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Have One Hell Of A Christmas

I wonder why so many of my fellow preachers seem more interested in scaring the hell out of people rather than telling them about the good news about the life humanity has been offered through Jesus.

I’m not saying there is no such thing as hell.  I just wonder about those folks who seem to talk about hell with such detail and even glee.

I heard a guy once preach for 45 minutes describing the landscape and torment of hell.  He would have made Dante proud.  In fact, the content of what he said was more from Dante’s “Inferno” than anything in the Bible. When I left the event where he was preaching, I couldn’t help but think he had just returned from hell on a round-trip ticket.

As I muse about this topic, a friend sent me a post reminding me of a story by James Joyce titled:  “Portrait of the Artist as a Young Man.”   In this story, the author talks about hell to an absurd extreme.  But it is bigger than just a description of hell that is so absurd.   In the story, Joyce also illustrates the absurdity of both sin and religion as sources for finding meaning in life.

Of course, you’d expect me to agree with the absurdity of using sin to find meaning in life. We clergy tend to speak against sin.   

What folks might not expect is for a member of the clergy to speak out against religion.   Well, let me tell you that I don’t like religion – not one bit.  The word religion means to bind up. That doesn’t sound good to me. Jesus didn’t like it either. Jesus was all about freedom from religion.  That’s what got him in so much trouble with the religious people of his day.

Jesus was not about the business of religion.  He was about making a way for us to have relationship with God.  How does this happen?  To answer that, we have to remember something about the nature of God.  The great ancient confessions of the church affirm that God is a Trinity –  Father, Son, and Holy Spirit. This doctrine has some practical implications related to community, love, and self-sufficiency of the God-head.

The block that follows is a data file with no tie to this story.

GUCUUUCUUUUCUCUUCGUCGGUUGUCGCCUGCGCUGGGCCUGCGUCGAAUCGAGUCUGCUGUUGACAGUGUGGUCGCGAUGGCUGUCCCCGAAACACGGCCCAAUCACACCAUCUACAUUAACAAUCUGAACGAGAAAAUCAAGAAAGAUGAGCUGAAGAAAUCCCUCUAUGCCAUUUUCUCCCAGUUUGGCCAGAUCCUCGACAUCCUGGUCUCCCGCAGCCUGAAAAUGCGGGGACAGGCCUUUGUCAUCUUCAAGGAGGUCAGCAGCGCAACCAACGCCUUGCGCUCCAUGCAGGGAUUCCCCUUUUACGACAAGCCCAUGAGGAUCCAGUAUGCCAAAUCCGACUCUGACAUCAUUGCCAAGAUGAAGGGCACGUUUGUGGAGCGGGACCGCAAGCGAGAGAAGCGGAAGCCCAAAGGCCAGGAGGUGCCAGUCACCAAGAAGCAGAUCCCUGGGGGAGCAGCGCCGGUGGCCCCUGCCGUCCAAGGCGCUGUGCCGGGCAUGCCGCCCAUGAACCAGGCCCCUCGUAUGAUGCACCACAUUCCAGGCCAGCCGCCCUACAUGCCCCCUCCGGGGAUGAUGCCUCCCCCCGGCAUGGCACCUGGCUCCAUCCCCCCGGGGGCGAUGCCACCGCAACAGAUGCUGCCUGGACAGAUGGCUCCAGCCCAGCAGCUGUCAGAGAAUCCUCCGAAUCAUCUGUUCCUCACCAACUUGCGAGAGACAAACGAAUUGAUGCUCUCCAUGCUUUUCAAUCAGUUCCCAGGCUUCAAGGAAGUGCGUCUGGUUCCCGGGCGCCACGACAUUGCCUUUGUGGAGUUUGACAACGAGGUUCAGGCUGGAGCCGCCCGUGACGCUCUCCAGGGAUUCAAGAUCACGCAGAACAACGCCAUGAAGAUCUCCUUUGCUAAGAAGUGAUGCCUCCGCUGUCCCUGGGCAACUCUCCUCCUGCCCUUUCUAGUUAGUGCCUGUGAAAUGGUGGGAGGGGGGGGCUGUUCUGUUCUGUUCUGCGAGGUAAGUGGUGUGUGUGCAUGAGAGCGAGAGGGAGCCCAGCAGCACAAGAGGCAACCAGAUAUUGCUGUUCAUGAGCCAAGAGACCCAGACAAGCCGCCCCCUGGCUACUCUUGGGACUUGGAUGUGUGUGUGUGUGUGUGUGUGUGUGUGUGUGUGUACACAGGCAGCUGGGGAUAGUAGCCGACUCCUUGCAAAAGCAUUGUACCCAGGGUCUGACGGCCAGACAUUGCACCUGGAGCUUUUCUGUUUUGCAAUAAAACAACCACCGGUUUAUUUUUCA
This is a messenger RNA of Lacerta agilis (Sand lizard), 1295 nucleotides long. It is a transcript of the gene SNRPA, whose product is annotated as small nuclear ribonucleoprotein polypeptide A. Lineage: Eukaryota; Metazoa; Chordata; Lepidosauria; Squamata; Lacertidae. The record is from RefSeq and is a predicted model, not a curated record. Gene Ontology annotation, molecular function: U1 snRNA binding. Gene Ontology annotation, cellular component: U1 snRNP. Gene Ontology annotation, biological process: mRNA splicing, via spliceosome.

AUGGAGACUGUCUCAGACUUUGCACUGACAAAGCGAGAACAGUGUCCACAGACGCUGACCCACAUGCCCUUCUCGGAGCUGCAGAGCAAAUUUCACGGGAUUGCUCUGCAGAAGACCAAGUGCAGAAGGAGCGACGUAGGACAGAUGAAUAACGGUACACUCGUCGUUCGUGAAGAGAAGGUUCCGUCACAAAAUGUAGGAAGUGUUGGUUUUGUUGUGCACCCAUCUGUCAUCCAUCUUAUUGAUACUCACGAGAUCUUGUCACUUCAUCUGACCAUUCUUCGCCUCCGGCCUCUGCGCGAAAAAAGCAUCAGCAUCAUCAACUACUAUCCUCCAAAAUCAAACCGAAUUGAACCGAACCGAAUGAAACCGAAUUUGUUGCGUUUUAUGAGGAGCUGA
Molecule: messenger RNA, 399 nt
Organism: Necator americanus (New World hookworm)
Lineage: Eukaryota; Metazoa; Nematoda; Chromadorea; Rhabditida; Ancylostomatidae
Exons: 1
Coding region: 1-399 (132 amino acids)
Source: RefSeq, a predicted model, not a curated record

Bottom line: God needs nothing.   That said, the triune God wants to share with us all the experiences God enjoys as a triune being.  That’s the LOVE part that is at the root of God’s DNA (1 John 4:7-8)

How does God share this LOVE with us?  By brining us into the life of the Trinity.  In a prior blog, I offered this thought from theologian Baxter Kruger.

Over 40 times, John tells us in his gospel that Jesus Christ was sent by God the Father. John saw that the coming of Jesus Christ, his death on the cross, flowed out of the endless love of the Father for us and out of his unyielding determination that His purpose for us would be fulfilled. The death of Jesus Christ is the revelation of the fact that the Father has never abandoned us, never forsaken us, that He refuses to go back on his dream to include us in the circle of life. Jesus death is a part of the fulfillment of the eternal purpose of God, part of the seamless movement designed to lay hold of the human race and lift us up into the Trinitarian life of God.